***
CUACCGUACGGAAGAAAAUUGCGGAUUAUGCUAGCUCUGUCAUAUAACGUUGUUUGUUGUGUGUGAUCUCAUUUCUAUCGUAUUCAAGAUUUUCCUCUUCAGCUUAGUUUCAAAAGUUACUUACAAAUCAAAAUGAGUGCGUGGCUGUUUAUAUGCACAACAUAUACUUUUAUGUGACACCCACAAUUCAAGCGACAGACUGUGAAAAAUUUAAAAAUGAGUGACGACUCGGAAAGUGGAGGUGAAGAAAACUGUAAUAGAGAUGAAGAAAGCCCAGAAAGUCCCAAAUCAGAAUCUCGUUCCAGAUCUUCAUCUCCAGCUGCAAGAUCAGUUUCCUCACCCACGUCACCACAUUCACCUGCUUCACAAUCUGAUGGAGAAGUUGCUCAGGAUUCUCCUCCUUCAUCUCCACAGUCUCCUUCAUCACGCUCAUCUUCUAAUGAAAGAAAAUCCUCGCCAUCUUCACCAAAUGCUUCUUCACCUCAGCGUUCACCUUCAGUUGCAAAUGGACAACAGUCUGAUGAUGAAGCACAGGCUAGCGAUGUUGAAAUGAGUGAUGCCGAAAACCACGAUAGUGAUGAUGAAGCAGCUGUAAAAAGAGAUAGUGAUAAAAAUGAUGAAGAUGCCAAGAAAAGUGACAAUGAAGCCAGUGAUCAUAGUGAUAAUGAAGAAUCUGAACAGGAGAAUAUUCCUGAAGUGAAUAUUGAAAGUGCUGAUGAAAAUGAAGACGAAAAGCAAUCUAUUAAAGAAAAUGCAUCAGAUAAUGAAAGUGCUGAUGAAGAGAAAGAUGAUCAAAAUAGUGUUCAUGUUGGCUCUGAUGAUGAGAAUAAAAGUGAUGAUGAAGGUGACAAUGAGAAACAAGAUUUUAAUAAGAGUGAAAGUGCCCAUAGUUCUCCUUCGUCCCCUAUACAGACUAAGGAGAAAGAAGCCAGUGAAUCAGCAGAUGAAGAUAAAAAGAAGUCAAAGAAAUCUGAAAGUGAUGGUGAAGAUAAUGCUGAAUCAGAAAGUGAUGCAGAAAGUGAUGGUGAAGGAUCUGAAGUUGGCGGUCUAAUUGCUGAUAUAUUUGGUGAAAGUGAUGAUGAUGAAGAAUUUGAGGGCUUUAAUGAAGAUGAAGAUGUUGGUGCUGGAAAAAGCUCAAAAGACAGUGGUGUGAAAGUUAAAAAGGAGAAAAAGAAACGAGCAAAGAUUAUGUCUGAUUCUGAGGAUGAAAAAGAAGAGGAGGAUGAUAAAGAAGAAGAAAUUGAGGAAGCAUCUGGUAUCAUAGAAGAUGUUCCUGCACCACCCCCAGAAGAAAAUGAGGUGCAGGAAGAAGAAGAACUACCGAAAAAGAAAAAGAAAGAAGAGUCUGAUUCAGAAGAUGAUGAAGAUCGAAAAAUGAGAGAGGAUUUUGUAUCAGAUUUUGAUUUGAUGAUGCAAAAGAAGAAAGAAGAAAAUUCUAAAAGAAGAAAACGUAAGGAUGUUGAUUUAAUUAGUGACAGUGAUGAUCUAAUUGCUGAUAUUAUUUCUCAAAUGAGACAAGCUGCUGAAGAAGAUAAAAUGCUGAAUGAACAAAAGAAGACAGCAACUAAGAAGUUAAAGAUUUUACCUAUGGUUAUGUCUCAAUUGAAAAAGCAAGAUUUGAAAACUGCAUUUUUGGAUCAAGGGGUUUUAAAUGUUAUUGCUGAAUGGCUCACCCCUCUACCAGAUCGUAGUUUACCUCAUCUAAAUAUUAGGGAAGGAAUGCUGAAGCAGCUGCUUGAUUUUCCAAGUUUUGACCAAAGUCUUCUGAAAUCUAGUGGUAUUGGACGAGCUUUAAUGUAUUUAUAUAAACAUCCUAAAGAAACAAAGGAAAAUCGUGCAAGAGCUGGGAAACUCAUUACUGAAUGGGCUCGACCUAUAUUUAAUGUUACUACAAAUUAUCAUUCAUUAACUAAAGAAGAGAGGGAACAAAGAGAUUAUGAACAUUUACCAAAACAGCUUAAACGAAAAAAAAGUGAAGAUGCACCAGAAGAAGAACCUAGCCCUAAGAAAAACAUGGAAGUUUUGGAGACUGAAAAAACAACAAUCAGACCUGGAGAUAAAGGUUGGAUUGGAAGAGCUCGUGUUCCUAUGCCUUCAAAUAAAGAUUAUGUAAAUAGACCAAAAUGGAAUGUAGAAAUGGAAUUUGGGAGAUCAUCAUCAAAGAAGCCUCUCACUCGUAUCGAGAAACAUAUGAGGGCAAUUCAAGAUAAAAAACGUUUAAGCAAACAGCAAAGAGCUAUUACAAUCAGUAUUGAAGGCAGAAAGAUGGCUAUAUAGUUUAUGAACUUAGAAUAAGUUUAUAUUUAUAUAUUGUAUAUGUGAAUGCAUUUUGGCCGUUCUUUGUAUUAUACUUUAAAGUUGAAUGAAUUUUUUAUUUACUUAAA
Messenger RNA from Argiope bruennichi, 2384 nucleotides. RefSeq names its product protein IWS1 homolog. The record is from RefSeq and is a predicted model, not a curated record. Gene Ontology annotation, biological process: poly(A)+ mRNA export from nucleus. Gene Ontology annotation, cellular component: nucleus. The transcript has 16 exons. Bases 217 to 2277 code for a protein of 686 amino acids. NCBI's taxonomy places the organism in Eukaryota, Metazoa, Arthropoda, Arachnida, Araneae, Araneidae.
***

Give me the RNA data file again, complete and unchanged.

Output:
CUACCGUACGGAAGAAAAUUGCGGAUUAUGCUAGCUCUGUCAUAUAACGUUGUUUGUUGUGUGUGAUCUCAUUUCUAUCGUAUUCAAGAUUUUCCUCUUCAGCUUAGUUUCAAAAGUUACUUACAAAUCAAAAUGAGUGCGUGGCUGUUUAUAUGCACAACAUAUACUUUUAUGUGACACCCACAAUUCAAGCGACAGACUGUGAAAAAUUUAAAAAUGAGUGACGACUCGGAAAGUGGAGGUGAAGAAAACUGUAAUAGAGAUGAAGAAAGCCCAGAAAGUCCCAAAUCAGAAUCUCGUUCCAGAUCUUCAUCUCCAGCUGCAAGAUCAGUUUCCUCACCCACGUCACCACAUUCACCUGCUUCACAAUCUGAUGGAGAAGUUGCUCAGGAUUCUCCUCCUUCAUCUCCACAGUCUCCUUCAUCACGCUCAUCUUCUAAUGAAAGAAAAUCCUCGCCAUCUUCACCAAAUGCUUCUUCACCUCAGCGUUCACCUUCAGUUGCAAAUGGACAACAGUCUGAUGAUGAAGCACAGGCUAGCGAUGUUGAAAUGAGUGAUGCCGAAAACCACGAUAGUGAUGAUGAAGCAGCUGUAAAAAGAGAUAGUGAUAAAAAUGAUGAAGAUGCCAAGAAAAGUGACAAUGAAGCCAGUGAUCAUAGUGAUAAUGAAGAAUCUGAACAGGAGAAUAUUCCUGAAGUGAAUAUUGAAAGUGCUGAUGAAAAUGAAGACGAAAAGCAAUCUAUUAAAGAAAAUGCAUCAGAUAAUGAAAGUGCUGAUGAAGAGAAAGAUGAUCAAAAUAGUGUUCAUGUUGGCUCUGAUGAUGAGAAUAAAAGUGAUGAUGAAGGUGACAAUGAGAAACAAGAUUUUAAUAAGAGUGAAAGUGCCCAUAGUUCUCCUUCGUCCCCUAUACAGACUAAGGAGAAAGAAGCCAGUGAAUCAGCAGAUGAAGAUAAAAAGAAGUCAAAGAAAUCUGAAAGUGAUGGUGAAGAUAAUGCUGAAUCAGAAAGUGAUGCAGAAAGUGAUGGUGAAGGAUCUGAAGUUGGCGGUCUAAUUGCUGAUAUAUUUGGUGAAAGUGAUGAUGAUGAAGAAUUUGAGGGCUUUAAUGAAGAUGAAGAUGUUGGUGCUGGAAAAAGCUCAAAAGACAGUGGUGUGAAAGUUAAAAAGGAGAAAAAGAAACGAGCAAAGAUUAUGUCUGAUUCUGAGGAUGAAAAAGAAGAGGAGGAUGAUAAAGAAGAAGAAAUUGAGGAAGCAUCUGGUAUCAUAGAAGAUGUUCCUGCACCACCCCCAGAAGAAAAUGAGGUGCAGGAAGAAGAAGAACUACCGAAAAAGAAAAAGAAAGAAGAGUCUGAUUCAGAAGAUGAUGAAGAUCGAAAAAUGAGAGAGGAUUUUGUAUCAGAUUUUGAUUUGAUGAUGCAAAAGAAGAAAGAAGAAAAUUCUAAAAGAAGAAAACGUAAGGAUGUUGAUUUAAUUAGUGACAGUGAUGAUCUAAUUGCUGAUAUUAUUUCUCAAAUGAGACAAGCUGCUGAAGAAGAUAAAAUGCUGAAUGAACAAAAGAAGACAGCAACUAAGAAGUUAAAGAUUUUACCUAUGGUUAUGUCUCAAUUGAAAAAGCAAGAUUUGAAAACUGCAUUUUUGGAUCAAGGGGUUUUAAAUGUUAUUGCUGAAUGGCUCACCCCUCUACCAGAUCGUAGUUUACCUCAUCUAAAUAUUAGGGAAGGAAUGCUGAAGCAGCUGCUUGAUUUUCCAAGUUUUGACCAAAGUCUUCUGAAAUCUAGUGGUAUUGGACGAGCUUUAAUGUAUUUAUAUAAACAUCCUAAAGAAACAAAGGAAAAUCGUGCAAGAGCUGGGAAACUCAUUACUGAAUGGGCUCGACCUAUAUUUAAUGUUACUACAAAUUAUCAUUCAUUAACUAAAGAAGAGAGGGAACAAAGAGAUUAUGAACAUUUACCAAAACAGCUUAAACGAAAAAAAAGUGAAGAUGCACCAGAAGAAGAACCUAGCCCUAAGAAAAACAUGGAAGUUUUGGAGACUGAAAAAACAACAAUCAGACCUGGAGAUAAAGGUUGGAUUGGAAGAGCUCGUGUUCCUAUGCCUUCAAAUAAAGAUUAUGUAAAUAGACCAAAAUGGAAUGUAGAAAUGGAAUUUGGGAGAUCAUCAUCAAAGAAGCCUCUCACUCGUAUCGAGAAACAUAUGAGGGCAAUUCAAGAUAAAAAACGUUUAAGCAAACAGCAAAGAGCUAUUACAAUCAGUAUUGAAGGCAGAAAGAUGGCUAUAUAGUUUAUGAACUUAGAAUAAGUUUAUAUUUAUAUAUUGUAUAUGUGAAUGCAUUUUGGCCGUUCUUUGUAUUAUACUUUAAAGUUGAAUGAAUUUUUUAUUUACUUAAA
Messenger RNA from Argiope bruennichi, 2384 nucleotides. RefSeq names its product protein IWS1 homolog. The record is from RefSeq and is a predicted model, not a curated record. Gene Ontology annotation, biological process: poly(A)+ mRNA export from nucleus. Gene Ontology annotation, cellular component: nucleus. The transcript has 16 exons. Bases 217 to 2277 code for a protein of 686 amino acids. NCBI's taxonomy places the organism in Eukaryota, Metazoa, Arthropoda, Arachnida, Araneae, Araneidae.